What to Drink?

By now you have read or heard about the problems that occurred in Flint, Michigan and the drinking water supply. But for the city and its inhabitants, the tap water is still undrinkable 3 years later. Residents don’t want to pay for contaminated water that they Resized_20160826_120201can’t use,and corrective additives that would prevent more lead from leaching into the water are not getting to the pipes because no one is turning on their faucets.

So, how safe is your water?First, you have to know where your drinking water comes from: a public water system or private well.

Congress enacted the Safe Drinking Water Act (SDWA) in 1974 and amended and reauthorized it in 1986 and 1996. This is the main federal law that ensures the quality of Americans’ drinking water and authorizes the Environmental Protection Agency (EPA) to set standards to protect against health effects from exposure to naturally-occurring and man-made contaminants. Municipalities are required to test water quality weekly and sometimes daily. Your water company/utility sends out a report card annually called “Consumer Confidence Report” detailing contaminants that have been detected, at what level, potential health effects, and how the issue is being corrected. If this does not sound familiar you can request a new copy anytime.
This doesn’t apply to well water.About 15 percent of Americans have their own sources of drinking water, such as wells, cisterns, and springs. Unlike public drinking water systems serving many people, they do not have experts regularly checking for quality and safety.In addition to natural contaminants, ground water is often polluted by human activities such as  improper use of fertilizers, animal manures, herbicides, insecticides, and pesticides.
Other sources of ground water pollution:
  •  Improperly built or poorly located and/or maintained septic systems for household wastewater
  •  Leaking or abandoned underground storage tanks and piping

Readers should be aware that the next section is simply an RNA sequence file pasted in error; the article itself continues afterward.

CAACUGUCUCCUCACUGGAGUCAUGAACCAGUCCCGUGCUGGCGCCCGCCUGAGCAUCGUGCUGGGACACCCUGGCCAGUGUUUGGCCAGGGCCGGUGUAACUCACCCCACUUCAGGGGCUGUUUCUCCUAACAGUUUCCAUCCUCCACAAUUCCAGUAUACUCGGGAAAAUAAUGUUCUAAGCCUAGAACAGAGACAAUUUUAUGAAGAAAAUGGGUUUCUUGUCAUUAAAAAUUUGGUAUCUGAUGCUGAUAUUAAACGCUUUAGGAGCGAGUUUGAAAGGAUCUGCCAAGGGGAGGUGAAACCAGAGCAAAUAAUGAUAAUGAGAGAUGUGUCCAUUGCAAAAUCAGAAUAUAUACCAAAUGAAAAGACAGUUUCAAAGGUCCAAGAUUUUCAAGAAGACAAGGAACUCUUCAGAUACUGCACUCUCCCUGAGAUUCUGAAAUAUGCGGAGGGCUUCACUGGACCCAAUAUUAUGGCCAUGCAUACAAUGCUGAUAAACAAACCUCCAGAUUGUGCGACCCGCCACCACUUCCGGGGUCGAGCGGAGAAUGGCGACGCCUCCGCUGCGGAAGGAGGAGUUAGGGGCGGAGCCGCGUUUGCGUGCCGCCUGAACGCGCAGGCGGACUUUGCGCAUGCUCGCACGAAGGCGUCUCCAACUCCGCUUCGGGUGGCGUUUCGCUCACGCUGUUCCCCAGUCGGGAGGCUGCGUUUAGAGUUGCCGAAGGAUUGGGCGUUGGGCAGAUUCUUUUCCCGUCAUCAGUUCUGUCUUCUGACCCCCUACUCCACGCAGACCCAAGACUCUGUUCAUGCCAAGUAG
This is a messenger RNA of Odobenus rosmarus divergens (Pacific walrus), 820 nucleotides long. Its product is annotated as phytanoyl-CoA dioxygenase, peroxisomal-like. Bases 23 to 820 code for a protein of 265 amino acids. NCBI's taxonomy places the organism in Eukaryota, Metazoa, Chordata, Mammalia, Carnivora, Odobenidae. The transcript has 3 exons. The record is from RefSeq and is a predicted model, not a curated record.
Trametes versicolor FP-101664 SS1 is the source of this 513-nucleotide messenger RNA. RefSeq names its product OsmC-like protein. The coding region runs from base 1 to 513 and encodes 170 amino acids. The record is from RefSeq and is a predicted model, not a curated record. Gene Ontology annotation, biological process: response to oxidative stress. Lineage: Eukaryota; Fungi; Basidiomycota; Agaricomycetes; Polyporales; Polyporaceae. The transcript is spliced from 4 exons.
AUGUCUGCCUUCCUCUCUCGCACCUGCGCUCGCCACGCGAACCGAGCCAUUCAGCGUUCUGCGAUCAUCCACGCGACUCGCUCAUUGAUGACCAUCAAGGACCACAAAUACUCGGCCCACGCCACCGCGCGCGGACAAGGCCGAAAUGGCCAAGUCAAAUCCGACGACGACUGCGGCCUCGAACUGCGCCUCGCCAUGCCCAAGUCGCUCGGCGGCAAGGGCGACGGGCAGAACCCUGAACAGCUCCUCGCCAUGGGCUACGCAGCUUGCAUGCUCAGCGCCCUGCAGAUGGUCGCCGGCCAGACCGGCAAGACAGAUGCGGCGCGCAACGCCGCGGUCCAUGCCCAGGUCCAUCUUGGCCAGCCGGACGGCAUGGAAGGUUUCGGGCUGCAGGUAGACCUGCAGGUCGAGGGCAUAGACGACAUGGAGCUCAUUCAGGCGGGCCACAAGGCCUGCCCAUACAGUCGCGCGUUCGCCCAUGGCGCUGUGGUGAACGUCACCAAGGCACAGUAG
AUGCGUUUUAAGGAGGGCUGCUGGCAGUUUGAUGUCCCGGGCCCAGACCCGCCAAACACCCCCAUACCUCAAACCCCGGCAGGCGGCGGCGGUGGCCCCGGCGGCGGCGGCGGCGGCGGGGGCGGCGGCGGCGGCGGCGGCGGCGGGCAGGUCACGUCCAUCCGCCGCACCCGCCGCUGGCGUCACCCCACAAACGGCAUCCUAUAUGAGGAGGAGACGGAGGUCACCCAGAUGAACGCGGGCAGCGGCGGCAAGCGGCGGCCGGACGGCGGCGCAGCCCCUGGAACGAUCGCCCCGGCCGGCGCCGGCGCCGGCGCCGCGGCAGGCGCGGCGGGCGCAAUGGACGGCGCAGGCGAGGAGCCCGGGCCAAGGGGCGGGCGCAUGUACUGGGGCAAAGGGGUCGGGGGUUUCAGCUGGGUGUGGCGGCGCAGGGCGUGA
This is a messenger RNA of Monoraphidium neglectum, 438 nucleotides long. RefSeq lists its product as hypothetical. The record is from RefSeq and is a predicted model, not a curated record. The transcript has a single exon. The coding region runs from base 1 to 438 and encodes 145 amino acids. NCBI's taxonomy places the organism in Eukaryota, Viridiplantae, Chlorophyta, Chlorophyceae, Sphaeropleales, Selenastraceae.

•  Storm-water drains that discharge chemicals to ground water
  •  Improper disposal or storage of wastes
  • Chemical spills at local industrial plants

Most U.S. ground water is safe for human use. However, ground water contamination has been found in all 50 states, so well owners have reason to be vigilant in protecting their water supplies. Well owners need to be aware of potential health problems. They need to test their water regularly and maintain their wells to safeguard their families’ drinking water.Many municipalities in Florida ban fertilizer use for lawns and ornamental gardens during the heavy rain season from June 1- September 30 because of runoff into the watersheds and ground water.

The Food and Drug Administration(FDA) regulates bottled water safety. Current Good Manufacturing Practices specifically for bottled water have been established.

They require bottled water producers to:

  • Process, bottle, hold and transport bottled water under sanitary conditions;
  • Protect water sources from bacteria, chemicals and other contaminants;
  • Use quality control processes to ensure the bacteriological and chemical safety of the water;
  • Sample and test both source water and the final product for contaminants.

FDA monitors and inspects bottled water products and processing plants under its food safety program. When FDA inspects plants, the Agency verifies that the plant’s product water and operational water supply are obtained from an approved source; inspects washing and sanitizing procedures; inspects bottling operations; and determines whether the companies analyze their source water and product water for contaminants.

What can you do to protect your access to safe drinking water?

  • Inspect your pipes. Homes built prior to 1986 were allowed to have lead pipes.
  • Consider a filter. So many options are available today: pitcher, faucet, counter mount or under-sink units.
  • Conserve. Fix leaks, run full loads in dishwasher and clothes washer; save cooking water to use as a base for soups and sauces; switch to showers; schedule your sprinkler or choose native plants that thrive on less water instead.
  • Take out the garbage. Hazardous waste like expired medications, paint or other chemicals should never be flushed or poured down a drain. Take advantage of special waste collection days and drug disposal programs in your community.


About nadineandadamblog

Nadine and Adam are mother and son. Nadine lives in Florida where she has provided outpatient MNT in a large healthsystem for the past 20 years. In addition, she teaches nutrition to second and third year family medicine residents. She is a past-spokesperson for the Academy of Nutrition and Dietetics. Adam lives in Washington State. His career has largely been involved in recipe development and food production. He is currently developing recipes and menus for the Seattle schools to meet the new federal guidelines for school nutrition programs and he does outpatient nutrition counseling. He is also a voice in PSAs over Seattle radio representing the Washington Academy of Nutrition and Dietetics.
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